‘Foreign Agents’


The calls started after mass protests against the controversial Law on Transparency of Foreign Influence, which deeply divided the country in April when it passed through the first hearing in the Georgian Parliament.

After parliament adopted it, the bill was vetoed by the president, but that veto was overturned by parliament on Tuesday.

When it comes into effect, the law will mandate that non-governmental organizations and independent media outlets receiving funds from abroad register as agents of foreign influence, "pursuing the interests of a foreign power," which subjects them to government scrutiny. A similar law has nearly killed civil society in Russia.

During the process in parliament and the mass protests on the streets, the phones kept ringing.

Protesters showing support to Georgians in TiblisiProtesters holding banner showing support to Georgians in Tblisi, Georgia. (Photo: Aidan Iusubova/iFact)

“The first calls came from Ukraine, then Singapore. If I am not mistaken, there were also Azerbaijani numbers; the rest were Georgian numbers,” Davit Bragvadze, a lecturer at one of the private universities, told OCCRP.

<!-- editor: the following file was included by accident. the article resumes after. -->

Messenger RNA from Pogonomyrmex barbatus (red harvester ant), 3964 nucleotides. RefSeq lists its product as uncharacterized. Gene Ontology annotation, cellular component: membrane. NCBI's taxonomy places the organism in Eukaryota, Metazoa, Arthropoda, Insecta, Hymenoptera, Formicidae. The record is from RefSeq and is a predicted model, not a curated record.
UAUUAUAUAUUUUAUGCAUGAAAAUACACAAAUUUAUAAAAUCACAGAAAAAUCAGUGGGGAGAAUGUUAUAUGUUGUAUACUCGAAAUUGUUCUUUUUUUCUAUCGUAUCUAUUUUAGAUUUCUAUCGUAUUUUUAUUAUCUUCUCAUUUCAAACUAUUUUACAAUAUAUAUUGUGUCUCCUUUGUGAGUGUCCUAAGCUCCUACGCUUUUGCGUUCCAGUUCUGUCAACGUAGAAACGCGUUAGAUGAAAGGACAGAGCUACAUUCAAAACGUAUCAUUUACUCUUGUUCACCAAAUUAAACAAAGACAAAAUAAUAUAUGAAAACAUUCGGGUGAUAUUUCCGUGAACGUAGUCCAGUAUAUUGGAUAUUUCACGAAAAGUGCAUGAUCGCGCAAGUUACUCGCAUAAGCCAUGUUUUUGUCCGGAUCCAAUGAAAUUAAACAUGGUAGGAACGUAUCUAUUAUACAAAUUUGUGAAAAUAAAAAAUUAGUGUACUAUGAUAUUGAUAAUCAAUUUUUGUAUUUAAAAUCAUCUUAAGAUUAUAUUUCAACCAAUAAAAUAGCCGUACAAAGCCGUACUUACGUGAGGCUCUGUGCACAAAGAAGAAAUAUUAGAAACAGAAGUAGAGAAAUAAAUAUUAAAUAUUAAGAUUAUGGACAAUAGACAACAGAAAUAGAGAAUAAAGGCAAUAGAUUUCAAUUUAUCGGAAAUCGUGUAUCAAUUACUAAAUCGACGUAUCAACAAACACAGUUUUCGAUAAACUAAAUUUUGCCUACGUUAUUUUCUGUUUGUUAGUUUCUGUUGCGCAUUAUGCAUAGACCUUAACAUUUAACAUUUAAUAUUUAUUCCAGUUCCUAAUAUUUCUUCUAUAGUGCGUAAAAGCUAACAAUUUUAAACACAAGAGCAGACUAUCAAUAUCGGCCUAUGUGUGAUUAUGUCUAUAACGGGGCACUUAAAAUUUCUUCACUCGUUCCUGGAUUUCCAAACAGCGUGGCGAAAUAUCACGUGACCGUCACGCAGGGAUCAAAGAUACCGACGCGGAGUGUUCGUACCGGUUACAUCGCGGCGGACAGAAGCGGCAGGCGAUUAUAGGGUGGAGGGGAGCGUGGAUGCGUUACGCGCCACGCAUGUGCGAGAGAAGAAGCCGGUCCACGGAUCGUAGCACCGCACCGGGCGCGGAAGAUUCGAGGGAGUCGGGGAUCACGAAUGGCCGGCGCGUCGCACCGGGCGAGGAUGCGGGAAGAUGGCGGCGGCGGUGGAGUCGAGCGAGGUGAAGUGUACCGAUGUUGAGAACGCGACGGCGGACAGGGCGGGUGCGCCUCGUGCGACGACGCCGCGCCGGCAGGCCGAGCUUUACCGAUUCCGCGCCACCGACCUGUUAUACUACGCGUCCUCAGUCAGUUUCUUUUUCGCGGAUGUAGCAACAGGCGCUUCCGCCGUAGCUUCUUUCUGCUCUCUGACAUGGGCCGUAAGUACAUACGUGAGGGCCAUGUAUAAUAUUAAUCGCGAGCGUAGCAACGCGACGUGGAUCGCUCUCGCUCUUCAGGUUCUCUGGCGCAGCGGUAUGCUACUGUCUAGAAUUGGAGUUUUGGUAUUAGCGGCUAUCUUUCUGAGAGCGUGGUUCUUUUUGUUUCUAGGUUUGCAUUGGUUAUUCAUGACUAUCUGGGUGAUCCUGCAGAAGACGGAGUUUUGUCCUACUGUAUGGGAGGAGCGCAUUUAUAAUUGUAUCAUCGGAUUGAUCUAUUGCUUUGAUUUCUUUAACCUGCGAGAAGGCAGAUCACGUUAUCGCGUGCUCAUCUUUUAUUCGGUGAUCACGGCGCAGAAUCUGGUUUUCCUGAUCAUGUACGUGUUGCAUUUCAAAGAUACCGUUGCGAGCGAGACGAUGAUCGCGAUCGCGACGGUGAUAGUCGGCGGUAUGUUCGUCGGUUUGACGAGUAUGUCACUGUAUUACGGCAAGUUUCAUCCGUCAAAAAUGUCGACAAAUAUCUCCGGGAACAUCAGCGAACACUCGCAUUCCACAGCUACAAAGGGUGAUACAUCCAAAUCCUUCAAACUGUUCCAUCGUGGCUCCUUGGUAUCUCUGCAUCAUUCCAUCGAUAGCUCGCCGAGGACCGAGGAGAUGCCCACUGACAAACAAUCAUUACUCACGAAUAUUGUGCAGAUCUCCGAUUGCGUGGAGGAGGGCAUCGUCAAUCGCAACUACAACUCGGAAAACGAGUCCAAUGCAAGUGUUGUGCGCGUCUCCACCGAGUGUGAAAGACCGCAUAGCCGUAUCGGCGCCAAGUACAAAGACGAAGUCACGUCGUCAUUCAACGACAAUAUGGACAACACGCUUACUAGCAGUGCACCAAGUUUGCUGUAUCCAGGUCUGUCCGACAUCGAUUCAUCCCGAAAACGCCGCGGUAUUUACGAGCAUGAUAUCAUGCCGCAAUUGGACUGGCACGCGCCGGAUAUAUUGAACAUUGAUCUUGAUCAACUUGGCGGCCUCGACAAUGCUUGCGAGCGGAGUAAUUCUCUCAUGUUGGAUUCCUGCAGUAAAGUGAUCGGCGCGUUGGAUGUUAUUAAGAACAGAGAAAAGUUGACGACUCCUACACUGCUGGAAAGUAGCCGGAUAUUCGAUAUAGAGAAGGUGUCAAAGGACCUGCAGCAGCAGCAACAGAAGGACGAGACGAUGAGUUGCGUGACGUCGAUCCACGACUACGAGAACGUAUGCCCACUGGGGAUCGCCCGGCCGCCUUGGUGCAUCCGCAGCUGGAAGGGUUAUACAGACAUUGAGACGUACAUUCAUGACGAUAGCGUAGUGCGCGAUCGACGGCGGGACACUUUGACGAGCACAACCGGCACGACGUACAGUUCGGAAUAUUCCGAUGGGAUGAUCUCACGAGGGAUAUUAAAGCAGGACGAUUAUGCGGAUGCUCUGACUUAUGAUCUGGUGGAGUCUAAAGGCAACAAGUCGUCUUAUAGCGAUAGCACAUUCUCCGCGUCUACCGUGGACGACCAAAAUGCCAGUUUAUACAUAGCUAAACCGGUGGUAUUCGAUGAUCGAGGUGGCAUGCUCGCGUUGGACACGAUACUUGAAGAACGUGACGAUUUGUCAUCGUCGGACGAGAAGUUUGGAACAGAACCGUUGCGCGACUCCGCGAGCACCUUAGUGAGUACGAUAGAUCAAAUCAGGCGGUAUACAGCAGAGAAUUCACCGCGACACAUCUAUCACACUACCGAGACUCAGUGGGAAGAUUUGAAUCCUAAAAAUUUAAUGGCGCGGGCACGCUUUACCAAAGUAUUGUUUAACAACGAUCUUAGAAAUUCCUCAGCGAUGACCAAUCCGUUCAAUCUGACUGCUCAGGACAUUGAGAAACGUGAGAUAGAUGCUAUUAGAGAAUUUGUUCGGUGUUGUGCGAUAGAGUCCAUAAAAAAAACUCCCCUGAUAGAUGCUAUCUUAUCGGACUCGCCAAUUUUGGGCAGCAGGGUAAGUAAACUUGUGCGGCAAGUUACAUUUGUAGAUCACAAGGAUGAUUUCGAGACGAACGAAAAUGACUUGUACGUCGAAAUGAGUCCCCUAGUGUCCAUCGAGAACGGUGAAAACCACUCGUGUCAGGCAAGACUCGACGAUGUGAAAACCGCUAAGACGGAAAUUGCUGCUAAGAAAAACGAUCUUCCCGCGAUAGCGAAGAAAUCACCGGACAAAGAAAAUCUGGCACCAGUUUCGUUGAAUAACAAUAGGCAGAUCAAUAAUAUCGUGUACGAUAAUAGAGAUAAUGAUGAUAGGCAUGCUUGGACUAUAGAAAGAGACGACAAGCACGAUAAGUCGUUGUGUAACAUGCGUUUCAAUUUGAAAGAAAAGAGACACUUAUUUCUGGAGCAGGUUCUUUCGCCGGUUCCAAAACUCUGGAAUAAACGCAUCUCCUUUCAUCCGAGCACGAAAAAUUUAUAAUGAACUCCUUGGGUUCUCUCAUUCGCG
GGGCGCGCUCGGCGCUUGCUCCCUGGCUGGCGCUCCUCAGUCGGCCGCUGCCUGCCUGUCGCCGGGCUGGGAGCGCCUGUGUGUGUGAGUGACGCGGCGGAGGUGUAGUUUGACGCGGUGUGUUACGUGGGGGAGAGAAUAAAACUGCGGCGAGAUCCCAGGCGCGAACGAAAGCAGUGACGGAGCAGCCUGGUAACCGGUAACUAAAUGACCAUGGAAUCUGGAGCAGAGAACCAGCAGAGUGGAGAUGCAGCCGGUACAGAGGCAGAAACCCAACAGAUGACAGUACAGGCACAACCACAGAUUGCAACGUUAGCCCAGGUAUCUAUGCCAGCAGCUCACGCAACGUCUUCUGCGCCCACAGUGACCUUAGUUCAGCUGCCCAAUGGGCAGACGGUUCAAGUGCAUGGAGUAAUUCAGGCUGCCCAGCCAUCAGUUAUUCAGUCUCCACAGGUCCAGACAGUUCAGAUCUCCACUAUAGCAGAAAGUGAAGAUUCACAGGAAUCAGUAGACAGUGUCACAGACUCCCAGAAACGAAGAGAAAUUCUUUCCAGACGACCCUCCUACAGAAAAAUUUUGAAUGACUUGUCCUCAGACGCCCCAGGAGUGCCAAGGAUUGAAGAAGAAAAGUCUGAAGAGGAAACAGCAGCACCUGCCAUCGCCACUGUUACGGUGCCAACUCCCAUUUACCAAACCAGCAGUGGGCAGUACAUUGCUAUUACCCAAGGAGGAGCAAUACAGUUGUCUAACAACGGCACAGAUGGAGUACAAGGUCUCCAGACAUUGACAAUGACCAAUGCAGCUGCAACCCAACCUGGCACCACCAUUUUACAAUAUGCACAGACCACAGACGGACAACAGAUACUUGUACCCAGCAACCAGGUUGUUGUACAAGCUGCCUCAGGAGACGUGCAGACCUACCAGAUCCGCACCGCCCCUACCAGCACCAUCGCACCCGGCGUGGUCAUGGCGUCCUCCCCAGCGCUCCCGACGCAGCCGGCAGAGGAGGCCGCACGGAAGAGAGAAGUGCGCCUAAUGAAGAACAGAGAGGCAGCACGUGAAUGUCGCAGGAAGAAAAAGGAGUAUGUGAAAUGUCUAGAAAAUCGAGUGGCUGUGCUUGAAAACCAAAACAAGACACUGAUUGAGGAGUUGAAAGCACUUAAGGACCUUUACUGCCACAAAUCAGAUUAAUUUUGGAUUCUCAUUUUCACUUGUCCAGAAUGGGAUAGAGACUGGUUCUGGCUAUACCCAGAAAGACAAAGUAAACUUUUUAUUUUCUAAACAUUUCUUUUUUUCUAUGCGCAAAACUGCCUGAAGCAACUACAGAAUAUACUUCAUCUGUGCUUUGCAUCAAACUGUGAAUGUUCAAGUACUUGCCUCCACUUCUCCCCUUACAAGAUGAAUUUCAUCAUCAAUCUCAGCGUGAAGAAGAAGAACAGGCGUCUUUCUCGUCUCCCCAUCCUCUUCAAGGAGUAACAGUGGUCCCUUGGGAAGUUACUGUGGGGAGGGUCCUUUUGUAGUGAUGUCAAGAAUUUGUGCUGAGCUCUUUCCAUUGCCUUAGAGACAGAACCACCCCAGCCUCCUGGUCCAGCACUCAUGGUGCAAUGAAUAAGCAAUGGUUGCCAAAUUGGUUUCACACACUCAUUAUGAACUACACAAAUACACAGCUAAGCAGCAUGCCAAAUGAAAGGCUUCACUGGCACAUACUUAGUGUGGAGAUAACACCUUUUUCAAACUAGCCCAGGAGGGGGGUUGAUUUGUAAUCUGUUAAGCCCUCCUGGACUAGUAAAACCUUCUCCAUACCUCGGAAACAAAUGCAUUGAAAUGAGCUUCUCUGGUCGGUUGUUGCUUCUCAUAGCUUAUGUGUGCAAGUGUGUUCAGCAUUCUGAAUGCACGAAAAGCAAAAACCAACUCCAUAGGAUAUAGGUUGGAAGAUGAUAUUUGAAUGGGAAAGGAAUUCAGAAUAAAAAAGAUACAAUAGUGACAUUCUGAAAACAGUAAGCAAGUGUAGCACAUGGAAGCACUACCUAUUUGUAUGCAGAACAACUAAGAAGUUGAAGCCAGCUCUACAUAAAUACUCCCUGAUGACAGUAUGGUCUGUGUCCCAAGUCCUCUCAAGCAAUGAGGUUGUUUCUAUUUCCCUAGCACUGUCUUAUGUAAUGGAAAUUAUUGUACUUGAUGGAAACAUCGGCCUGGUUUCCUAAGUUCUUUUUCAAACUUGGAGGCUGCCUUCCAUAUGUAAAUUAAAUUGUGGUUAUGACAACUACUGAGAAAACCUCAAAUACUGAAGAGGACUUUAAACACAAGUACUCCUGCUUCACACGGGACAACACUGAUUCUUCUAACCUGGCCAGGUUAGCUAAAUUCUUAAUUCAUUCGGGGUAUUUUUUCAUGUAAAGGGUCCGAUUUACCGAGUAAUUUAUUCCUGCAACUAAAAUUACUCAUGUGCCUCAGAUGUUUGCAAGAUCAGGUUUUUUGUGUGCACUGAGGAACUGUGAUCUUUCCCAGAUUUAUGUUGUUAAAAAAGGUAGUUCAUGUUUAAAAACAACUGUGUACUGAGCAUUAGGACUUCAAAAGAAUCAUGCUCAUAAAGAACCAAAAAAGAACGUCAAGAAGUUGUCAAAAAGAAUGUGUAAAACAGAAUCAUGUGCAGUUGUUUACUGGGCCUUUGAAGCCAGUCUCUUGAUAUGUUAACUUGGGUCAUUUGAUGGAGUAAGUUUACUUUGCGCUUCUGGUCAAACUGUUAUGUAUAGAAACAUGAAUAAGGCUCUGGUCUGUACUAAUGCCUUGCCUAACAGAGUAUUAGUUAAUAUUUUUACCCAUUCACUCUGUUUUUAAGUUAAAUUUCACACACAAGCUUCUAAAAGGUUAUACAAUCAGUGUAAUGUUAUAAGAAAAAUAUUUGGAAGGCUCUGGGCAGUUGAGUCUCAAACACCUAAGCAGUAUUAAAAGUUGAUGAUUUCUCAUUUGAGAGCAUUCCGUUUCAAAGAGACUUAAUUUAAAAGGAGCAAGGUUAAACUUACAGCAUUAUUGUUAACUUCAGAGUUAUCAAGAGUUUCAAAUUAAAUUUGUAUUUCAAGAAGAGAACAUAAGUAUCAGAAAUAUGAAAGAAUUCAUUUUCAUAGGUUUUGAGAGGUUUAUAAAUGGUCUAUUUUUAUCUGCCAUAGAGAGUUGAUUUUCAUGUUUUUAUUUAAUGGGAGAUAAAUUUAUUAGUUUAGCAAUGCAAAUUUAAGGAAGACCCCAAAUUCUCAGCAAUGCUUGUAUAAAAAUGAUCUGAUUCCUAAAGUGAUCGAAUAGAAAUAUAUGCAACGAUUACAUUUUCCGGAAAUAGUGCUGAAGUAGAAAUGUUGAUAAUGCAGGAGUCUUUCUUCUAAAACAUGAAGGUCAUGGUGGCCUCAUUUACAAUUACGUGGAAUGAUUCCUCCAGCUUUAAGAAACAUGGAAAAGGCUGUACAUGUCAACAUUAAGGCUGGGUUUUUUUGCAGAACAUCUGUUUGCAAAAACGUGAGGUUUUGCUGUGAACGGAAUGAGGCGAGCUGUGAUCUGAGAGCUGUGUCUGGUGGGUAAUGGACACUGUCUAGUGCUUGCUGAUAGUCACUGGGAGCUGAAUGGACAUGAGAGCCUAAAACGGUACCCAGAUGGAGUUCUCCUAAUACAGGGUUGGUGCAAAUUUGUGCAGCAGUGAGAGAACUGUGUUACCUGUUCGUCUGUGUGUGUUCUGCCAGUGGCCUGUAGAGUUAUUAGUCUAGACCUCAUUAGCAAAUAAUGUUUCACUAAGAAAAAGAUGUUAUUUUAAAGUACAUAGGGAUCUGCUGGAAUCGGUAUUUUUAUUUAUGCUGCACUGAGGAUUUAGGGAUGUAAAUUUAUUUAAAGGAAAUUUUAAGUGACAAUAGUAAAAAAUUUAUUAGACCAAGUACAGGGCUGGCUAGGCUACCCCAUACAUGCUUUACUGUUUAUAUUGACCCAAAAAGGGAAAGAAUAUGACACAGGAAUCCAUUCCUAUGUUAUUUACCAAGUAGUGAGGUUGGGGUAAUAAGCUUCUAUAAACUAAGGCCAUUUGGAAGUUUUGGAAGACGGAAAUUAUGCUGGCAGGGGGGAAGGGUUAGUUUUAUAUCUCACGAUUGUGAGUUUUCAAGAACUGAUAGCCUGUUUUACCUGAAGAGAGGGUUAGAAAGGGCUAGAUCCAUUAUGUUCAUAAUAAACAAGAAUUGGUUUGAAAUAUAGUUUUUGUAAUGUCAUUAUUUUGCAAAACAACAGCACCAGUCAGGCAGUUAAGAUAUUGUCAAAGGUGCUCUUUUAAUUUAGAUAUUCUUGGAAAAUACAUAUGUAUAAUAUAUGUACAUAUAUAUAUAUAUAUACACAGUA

The same evening, Davit’s wife also started receiving the same type of calls, insulting her. Then a call was made to his mother.

Another protest participant, Salome Chkhaidze, told OCCRP that receiving a call from Azerbaijan was strange for her, as the person spoke in Georgian, but once she called back, the operator spoke in Russian and then the call got disconnected.

“This was a terror,” Edo Javakhidze said about the campaign. “The fact that these callers had the phone numbers of my family members means they have all the information about me, and these calls were supported by the government.”